Small businesses unprepared for supply chain threats

The vast majority of small businesses are woefully unprepared for disruptions that may result from cybercrime, severe weather and staff losses, new research shows.

According to the Federation of Small Businesses, only 35% of companies have a suitable plan in place to manage potential supply chain issues or operational problems.

Designed to assess the stability of supply chains and to identify would-be problem areas, the research revealed a worrying lack of preparedness.

The predominant risk for small firms was found to be late payments and the associated problems that result – identified as an issue by 51% of businesses.

Losing pivotal members of staff would be a problem for 37% of firms, while IT problems and cybercrime were identified as major threats in 29% and 17% of cases respectively.

Severe weather and terrorism were also identified as factors that could lead to severe business disruption, with smaller firms deemed to be at greater risk as a result of having less resources.

The FSB has said that larger businesses should support those in their supply chains by providing assistance with forward planning.

National chairman Mike Cherry revealed that businesses need to have continuity plans in place, while those already facing difficulties may require other methods.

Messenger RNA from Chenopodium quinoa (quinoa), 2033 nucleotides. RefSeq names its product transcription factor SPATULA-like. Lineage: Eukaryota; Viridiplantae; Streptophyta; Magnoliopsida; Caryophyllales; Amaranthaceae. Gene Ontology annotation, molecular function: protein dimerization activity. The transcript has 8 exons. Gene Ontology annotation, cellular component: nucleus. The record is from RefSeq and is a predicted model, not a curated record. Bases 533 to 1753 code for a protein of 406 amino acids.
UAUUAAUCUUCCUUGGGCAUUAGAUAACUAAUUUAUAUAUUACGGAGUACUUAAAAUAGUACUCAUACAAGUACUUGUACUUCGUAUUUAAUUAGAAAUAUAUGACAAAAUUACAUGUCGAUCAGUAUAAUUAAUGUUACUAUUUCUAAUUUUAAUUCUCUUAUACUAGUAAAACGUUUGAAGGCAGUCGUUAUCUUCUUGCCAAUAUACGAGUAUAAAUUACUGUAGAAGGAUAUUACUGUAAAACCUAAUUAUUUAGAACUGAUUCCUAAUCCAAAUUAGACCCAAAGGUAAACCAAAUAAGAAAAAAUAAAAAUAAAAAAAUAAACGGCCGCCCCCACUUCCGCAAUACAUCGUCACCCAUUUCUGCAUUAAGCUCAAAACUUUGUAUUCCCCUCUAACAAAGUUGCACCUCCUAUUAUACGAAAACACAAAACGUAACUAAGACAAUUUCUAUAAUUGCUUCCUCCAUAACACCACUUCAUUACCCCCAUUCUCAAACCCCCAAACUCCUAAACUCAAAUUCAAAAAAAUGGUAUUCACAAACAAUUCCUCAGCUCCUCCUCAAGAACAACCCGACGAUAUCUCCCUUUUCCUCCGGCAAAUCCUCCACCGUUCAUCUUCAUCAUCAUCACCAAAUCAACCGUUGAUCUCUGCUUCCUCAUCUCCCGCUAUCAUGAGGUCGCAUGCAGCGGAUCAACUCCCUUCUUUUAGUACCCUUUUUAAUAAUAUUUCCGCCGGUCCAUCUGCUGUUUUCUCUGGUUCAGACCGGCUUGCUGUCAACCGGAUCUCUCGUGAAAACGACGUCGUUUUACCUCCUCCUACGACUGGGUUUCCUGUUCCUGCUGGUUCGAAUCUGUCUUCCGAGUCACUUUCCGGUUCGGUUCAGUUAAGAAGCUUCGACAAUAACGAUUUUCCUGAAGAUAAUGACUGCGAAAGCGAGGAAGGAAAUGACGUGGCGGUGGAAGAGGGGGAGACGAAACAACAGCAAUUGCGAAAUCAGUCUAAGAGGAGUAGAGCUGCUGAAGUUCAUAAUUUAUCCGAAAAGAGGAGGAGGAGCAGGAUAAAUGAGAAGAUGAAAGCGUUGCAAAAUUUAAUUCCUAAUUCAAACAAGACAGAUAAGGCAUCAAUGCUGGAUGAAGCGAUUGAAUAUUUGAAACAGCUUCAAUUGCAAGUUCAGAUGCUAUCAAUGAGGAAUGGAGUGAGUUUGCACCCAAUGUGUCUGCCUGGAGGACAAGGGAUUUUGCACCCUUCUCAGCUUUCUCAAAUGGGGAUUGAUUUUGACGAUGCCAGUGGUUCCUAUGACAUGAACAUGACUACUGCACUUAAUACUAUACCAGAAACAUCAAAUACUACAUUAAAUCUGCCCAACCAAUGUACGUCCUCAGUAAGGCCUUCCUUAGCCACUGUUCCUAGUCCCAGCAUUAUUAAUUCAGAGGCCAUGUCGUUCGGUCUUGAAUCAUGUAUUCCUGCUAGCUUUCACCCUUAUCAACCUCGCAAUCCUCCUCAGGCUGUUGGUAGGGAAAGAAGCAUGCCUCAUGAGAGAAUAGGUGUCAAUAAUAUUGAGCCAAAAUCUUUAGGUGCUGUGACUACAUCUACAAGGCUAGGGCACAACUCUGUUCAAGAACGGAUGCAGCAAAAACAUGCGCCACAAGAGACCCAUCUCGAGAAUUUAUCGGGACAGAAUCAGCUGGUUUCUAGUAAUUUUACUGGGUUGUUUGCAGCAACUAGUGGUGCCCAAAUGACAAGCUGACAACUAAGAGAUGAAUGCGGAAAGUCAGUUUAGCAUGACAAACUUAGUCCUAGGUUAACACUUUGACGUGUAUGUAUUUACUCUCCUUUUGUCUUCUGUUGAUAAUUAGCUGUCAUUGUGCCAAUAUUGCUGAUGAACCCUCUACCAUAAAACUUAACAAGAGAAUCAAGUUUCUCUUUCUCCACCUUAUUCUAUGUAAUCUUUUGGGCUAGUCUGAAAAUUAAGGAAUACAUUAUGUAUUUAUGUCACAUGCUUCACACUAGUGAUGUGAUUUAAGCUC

Businesses fearing financial issues may want to seek corporate advisory services to decide on the best approaches to take, while having contingency plans in place can ensure the best outcomes if the situation should worsen.

This helps to protect the longevity of a business, especially if any issues should arise, such as an insolvency further down the supply chain.

The key is to identify potential risks to business operations and to mitigate those as far as is possible should they actually occur.

Failures in the supply chain will often have a domino effect and can leave further businesses in difficulty if they have not planned ahead.

For this reason, businesses of all sizes are encouraged to proactively consider potential risks and to plan accordingly, and to act as quickly as possible at the first signs of trouble.

By Phil Smith


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